What Every Welder Working For A Defense Contract Needs To Know About Beryllium


If you are a welder and your employer landed a contract with the federal government to produce parts for nuclear weapon production, you will likely encounter beryllium—which can be highly toxic in your work environment. Here are several important things to be aware of regarding beryllium and how to protect your health and your rights to compensation should you get sick. 

The properties of beryllium make it ideal for defense weapons

Beryllium is lighter than aluminum in weight yet stronger than steel. It has a high melting point and is transparent to X-rays, which makes it a preferred metal for use in the defense industry. In fact, the United States Department of Defense has classified beryllium as a strategic and critical material. There are three forms of this metal for usage in the industry: pure beryllium, berylia (beryllium oxide), and as an alloy with other metals. 

Beryllium is highly toxic when it's being processed

Processing beryllium in any way, particularly when welding or machining, will produce highly toxic dust, fumes, and mists that can get released into the air. While your employer is required to reduce the risks of exposure by installing various ventilation and control systems, there could still be a risk of exposure due to the highly toxic nature of beryllium and the close proximity of the compounds to your lungs as you weld the metal.

When beryllium compounds are breathed into the lungs, it can cause damage which can resemble pneumonia. At this point, the lung damage could heal if exposure is completely stopped and the lungs are allowed to repair themselves. However, prolonged exposure to beryllium could result in the body developing an immune system reaction as it becomes sensitive to the metal. This could lead to a chronic inflammatory reaction in the lungs (granuloma), which is called chronic beryllium disease. Essentially, a granuloma is the result of white cells encapsulating beryllium compounds within the lungs, which can make breathing extremely difficult.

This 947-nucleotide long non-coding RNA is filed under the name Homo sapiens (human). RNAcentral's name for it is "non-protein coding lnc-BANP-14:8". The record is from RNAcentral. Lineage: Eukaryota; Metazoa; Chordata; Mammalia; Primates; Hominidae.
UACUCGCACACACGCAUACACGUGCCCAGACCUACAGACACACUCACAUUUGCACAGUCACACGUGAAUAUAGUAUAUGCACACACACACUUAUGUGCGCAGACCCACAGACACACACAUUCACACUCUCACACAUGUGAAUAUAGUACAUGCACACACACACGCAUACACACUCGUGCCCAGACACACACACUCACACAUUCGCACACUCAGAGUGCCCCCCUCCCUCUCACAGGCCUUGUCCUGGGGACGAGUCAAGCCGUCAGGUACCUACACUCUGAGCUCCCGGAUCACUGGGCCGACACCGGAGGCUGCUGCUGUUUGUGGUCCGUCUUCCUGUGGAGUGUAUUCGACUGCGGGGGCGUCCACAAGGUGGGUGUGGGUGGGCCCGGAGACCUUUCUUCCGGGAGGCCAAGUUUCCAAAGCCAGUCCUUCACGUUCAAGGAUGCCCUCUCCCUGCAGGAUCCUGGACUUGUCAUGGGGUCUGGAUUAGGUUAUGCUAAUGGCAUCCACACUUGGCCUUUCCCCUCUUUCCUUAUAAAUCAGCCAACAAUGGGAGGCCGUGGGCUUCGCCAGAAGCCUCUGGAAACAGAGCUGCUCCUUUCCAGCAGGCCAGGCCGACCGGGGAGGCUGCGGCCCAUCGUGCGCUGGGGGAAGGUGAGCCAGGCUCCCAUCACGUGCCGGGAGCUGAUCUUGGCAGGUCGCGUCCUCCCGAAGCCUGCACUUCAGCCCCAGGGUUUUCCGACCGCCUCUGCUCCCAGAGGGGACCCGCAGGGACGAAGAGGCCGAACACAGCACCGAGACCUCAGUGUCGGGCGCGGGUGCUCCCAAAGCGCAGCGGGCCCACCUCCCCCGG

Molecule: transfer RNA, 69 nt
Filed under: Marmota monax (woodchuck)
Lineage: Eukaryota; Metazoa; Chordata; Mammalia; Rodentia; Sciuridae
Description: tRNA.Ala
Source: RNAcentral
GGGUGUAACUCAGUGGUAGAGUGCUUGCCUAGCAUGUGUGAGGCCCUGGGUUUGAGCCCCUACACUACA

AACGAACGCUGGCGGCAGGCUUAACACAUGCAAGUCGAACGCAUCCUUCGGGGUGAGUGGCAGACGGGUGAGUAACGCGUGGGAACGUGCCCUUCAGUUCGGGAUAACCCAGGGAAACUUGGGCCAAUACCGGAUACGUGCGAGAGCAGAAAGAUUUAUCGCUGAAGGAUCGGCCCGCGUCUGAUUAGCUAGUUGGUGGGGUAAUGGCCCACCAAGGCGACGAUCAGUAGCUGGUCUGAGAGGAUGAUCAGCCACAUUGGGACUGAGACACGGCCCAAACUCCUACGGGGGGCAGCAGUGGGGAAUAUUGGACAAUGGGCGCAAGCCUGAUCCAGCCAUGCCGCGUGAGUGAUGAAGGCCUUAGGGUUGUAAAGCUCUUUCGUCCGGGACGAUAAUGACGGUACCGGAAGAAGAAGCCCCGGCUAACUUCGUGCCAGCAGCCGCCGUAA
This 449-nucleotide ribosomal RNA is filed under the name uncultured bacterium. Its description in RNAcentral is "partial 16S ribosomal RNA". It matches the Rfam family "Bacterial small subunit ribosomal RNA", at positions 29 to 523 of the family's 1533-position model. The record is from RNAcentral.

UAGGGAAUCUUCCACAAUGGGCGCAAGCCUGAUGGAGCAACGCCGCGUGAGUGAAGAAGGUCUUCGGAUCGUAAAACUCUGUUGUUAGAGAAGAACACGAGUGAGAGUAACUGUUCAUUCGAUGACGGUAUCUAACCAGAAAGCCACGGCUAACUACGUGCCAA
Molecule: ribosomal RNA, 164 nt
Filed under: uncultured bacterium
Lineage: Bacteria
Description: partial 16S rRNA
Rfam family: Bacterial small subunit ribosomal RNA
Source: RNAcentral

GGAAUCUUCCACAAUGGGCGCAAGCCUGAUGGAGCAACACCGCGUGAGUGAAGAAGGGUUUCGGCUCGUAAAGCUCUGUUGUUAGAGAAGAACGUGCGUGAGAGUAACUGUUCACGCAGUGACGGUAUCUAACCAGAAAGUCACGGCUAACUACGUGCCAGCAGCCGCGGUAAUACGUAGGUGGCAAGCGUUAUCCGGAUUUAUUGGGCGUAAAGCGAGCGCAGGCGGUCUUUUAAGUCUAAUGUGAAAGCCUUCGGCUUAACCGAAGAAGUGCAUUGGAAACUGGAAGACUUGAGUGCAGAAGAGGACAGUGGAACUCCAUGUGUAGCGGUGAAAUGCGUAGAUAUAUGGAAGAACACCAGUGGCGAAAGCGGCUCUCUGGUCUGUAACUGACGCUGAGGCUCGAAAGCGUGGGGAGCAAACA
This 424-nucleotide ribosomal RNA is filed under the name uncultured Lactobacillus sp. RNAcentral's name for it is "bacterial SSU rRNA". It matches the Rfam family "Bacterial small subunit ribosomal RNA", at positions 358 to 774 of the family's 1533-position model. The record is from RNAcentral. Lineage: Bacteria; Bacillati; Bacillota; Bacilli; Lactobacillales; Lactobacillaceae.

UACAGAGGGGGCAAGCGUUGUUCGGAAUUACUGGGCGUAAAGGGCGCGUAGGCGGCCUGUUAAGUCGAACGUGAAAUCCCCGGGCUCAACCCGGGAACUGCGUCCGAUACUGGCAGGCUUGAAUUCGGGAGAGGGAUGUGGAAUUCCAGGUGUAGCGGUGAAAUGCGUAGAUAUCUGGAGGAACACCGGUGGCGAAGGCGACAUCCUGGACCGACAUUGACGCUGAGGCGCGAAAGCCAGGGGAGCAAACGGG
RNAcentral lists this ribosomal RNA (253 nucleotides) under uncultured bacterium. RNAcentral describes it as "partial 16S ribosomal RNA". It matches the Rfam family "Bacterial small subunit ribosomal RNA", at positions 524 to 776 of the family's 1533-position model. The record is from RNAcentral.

It's also important to understand that beryllium can adhere to clothing and get transferred to your vehicle and to the confines of you home. This could expose your family members to the highly toxic metal as well. This is called household contact. So you'll want to keep an eye on the health of your family members as well as they too could need to seek workers compensation benefits and medical care. 

Due to the health hazards, OSHA requires medical surveillance

Due to the health risks of those who work with beryllium, the Occupational Safety and Health Administration requires employers to provide their workers with the ability to seek medical surveillance if they are at risk of exposure or have symptoms of a lung condition. An examination by a physician may also lead to the start of medical surveillance if the physician feels it is warranted.

The surveillance, which involves routine medical examinations and testing, must begin within 30 days of meeting one of the criteria. The medical surveillance is crucial as it could show proof of work-related medical issues that would result in workers compensation insurance coverage.

You will be covered under the Cold War Compensation Act

If you were to develop a medical condition due to beryllium exposure, you'll be covered by the Cold War Compensation Act, which is a workers compensation program for federal workers, contractors, and subcontractors.  This was put into place because many workers compensation programs previously did not provide for or cover those who were injured due to beryllium and possibly their household contacts.

If you and/or a family member begin to develop symptoms of beryllium exposure, particularly difficulty breathing, request a medical evaluation from your employer and call a workers compensation law office for more information about your rights. 


23 January 2017

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